Slowly catching up

Back from some off-line time, wading through oceans of digital detritus. Here's some stuff which isn't detritus, on what are apparently the issues of the day.

Olympics London 2012

Sadly Brockley's own Olympian, Conrad Williams, who was apparently once a paperboy for Budgen's in Crofton Park, didn't make the 400m heats but almost got a bronze in the 4x400 hurdles, missing out by a whisker.

Further afield, Peter celebrates some of the Olympic reasons to be cheerful and the joys of being British in 2012. The Poor Mouth notes British excellence in sports involving sitting down and welcomes new countries to the medal tableChampagne Charlie celebrates Mo Farrah; the Soupy One celebrates Wojdan Shaherkani. Francis, on the other hand, is less celebratory in this interesting post on Critical Mass and the Olympic legacy, and Owen explains why the field is always already uneven. And I'll quickly pass over the various scandals, such as Mayor Boris using taxpayer cash to take Rupert Murdoch to the games.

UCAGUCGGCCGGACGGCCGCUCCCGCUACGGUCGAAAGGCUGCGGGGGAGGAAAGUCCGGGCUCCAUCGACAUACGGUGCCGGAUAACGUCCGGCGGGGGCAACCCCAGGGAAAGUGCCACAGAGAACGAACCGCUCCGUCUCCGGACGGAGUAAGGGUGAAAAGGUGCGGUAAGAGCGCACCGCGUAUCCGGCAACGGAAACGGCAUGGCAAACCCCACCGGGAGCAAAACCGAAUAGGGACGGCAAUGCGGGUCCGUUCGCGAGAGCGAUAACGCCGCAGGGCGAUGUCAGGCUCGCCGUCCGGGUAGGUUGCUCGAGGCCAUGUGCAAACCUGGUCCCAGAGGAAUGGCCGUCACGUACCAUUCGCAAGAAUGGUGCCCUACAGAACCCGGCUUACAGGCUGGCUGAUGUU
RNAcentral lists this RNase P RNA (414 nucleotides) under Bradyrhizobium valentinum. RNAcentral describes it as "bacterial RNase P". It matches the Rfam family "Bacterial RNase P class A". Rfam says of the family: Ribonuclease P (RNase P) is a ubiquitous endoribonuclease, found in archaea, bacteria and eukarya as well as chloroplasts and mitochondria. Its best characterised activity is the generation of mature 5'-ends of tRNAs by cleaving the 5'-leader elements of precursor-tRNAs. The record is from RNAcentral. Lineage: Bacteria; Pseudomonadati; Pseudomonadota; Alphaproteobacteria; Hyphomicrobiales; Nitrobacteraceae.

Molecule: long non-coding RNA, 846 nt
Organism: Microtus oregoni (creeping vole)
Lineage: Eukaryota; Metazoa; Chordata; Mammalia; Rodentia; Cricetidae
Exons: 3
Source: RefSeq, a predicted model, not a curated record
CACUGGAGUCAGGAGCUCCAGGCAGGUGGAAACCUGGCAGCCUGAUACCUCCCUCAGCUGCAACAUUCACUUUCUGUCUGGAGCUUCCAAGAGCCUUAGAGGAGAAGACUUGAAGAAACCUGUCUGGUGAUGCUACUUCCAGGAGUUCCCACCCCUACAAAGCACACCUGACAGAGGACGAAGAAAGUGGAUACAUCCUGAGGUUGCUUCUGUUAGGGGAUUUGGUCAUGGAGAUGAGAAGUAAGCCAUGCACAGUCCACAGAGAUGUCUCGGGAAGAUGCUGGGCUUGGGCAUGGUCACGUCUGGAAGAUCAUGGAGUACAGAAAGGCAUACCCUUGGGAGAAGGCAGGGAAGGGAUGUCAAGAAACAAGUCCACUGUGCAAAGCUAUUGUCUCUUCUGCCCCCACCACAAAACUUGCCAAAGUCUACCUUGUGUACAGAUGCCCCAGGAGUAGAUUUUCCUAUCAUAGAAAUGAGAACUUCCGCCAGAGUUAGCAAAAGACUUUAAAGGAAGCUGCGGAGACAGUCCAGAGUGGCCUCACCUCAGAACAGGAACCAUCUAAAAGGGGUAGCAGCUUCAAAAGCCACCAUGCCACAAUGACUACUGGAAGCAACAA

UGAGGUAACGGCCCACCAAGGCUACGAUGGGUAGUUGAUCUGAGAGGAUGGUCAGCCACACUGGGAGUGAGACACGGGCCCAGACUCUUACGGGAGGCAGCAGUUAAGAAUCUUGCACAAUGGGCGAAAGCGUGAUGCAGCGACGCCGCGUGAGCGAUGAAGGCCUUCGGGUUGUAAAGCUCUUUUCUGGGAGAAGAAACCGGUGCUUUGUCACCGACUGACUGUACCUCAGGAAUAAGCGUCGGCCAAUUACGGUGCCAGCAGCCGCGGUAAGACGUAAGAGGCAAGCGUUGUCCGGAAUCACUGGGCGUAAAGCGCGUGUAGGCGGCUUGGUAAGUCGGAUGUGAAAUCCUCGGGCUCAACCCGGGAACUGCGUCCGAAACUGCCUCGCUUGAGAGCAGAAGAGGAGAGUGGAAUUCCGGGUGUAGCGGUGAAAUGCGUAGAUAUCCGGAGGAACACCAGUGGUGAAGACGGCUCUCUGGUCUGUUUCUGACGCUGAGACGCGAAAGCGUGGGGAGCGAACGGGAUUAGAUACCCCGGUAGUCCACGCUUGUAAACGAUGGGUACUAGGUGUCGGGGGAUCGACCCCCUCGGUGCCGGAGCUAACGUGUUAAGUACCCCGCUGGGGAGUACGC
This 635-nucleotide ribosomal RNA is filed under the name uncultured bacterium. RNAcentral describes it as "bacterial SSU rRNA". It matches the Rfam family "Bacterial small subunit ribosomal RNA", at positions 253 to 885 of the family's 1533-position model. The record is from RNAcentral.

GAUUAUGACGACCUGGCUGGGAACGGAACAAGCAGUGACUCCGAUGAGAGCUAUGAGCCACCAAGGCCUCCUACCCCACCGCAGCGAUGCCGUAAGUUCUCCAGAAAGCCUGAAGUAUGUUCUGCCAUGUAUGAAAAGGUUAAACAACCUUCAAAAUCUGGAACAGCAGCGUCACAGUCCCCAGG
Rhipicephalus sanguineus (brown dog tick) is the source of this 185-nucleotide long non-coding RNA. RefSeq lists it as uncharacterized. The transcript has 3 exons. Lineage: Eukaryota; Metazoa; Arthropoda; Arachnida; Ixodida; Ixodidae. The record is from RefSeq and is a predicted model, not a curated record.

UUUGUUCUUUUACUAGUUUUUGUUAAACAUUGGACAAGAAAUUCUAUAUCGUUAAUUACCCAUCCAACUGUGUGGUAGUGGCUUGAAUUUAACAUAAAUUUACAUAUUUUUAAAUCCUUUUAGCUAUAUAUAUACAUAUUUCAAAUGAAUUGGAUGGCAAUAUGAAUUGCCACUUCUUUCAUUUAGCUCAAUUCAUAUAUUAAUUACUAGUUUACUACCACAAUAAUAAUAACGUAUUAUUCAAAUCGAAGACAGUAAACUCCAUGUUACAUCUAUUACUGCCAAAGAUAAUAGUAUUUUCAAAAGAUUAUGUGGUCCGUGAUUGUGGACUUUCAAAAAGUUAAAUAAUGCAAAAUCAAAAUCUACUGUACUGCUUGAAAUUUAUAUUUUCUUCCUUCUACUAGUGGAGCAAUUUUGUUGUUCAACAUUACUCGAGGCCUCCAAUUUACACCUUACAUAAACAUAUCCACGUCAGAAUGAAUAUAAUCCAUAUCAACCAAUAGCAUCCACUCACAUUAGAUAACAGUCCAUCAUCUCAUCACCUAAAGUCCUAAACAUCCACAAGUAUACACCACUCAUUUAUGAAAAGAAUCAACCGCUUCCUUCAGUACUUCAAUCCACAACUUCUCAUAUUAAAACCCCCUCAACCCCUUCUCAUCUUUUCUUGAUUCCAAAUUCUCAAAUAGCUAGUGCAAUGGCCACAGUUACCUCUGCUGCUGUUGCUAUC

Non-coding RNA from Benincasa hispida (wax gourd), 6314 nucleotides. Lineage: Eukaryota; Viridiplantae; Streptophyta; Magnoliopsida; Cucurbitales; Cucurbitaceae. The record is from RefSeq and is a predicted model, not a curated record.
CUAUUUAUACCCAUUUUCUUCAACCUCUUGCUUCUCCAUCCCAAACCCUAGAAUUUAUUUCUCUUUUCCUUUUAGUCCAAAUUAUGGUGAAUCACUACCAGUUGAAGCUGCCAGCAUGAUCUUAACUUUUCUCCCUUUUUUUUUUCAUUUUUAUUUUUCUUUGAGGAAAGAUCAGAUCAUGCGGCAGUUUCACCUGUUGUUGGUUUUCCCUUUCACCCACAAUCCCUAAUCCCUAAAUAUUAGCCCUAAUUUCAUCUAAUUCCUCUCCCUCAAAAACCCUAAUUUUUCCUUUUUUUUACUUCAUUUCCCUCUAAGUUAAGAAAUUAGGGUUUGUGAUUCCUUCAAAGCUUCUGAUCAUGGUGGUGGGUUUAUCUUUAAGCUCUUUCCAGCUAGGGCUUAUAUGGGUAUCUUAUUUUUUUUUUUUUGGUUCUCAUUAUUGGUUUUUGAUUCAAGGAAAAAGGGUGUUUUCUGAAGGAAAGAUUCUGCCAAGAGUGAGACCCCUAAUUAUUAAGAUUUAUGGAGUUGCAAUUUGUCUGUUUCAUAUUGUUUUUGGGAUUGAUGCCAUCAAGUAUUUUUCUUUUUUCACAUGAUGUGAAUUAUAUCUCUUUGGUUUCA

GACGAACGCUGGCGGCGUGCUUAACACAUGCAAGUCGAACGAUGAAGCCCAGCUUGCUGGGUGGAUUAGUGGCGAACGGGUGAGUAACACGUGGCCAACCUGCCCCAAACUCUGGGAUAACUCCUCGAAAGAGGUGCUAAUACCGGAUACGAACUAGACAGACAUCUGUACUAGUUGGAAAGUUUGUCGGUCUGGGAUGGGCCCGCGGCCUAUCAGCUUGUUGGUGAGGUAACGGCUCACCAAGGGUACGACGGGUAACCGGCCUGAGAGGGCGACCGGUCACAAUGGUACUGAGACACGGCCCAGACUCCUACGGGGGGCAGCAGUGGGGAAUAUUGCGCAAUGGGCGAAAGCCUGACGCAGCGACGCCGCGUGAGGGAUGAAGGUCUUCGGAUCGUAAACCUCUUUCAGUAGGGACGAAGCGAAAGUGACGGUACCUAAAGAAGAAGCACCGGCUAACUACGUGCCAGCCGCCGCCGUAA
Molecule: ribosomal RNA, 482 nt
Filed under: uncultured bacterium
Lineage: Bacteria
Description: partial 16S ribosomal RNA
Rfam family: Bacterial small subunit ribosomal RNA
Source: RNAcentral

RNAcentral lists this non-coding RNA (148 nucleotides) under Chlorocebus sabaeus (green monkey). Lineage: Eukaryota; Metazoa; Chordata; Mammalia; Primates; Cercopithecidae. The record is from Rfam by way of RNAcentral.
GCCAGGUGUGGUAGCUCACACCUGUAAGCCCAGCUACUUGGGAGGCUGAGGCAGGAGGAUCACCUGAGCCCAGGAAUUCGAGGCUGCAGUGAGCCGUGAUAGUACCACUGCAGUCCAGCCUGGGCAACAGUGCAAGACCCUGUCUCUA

Meanwhile, David Cameron rightly added a note of sobriety, with his speech to mark the 40th anniversary of the slaughter of Israeli athletes at the Munich Olympics (an anniversary the IOC itself shamefully refused to commemorate). Jeff Weintraub passes on two good links on the past and present treatment of Israeli athletes - by Hampton Stevens and Deborah Lipstadt. And Eric Lee identifies that moment in 1972 as pivotal in the left's turn to antisemitism.

Wisconsin Temple Shooting - and other hate crimes

I am not an opponent of gun rights, but it does seem as if mass shootings occur with what President Obama called "too much regularity" in the USA, although the statistics perhaps suggest we might expect this. The terrible shooting by Hammerskin Wade Michael Page at the Wisconsin Sikh Temple, is particularly shocking.

The attack is sadly just the latest in a long line of terror attacks by the American far right - some 180 people killed by far right activists in America in acts of ideological homicide from 1990 to 2010, not counting the 168 killed by Timothy McVeigh in 1995. In recent years, Muslims have been the main victims of such attacks, with examples including the plot by JDL terrorists Irving David Rubin and Earl Leslie Krugel to bomb the King Fahd Mosque in Culver City in 2001, or Sandlin Matthew Smith's detonation of a pipe bomb at a rear entrance to a mosque in Jacksonville, Fla. while worshippers were inside in 2010. Since the Wisconsin attack, the mosque in Joplin, Missouri, has been razed to the ground, the second arson attack in as many months. And, on this side of the Atlantic, an Islamic centre in Horley and a mosque in Gatwick have been desecrated.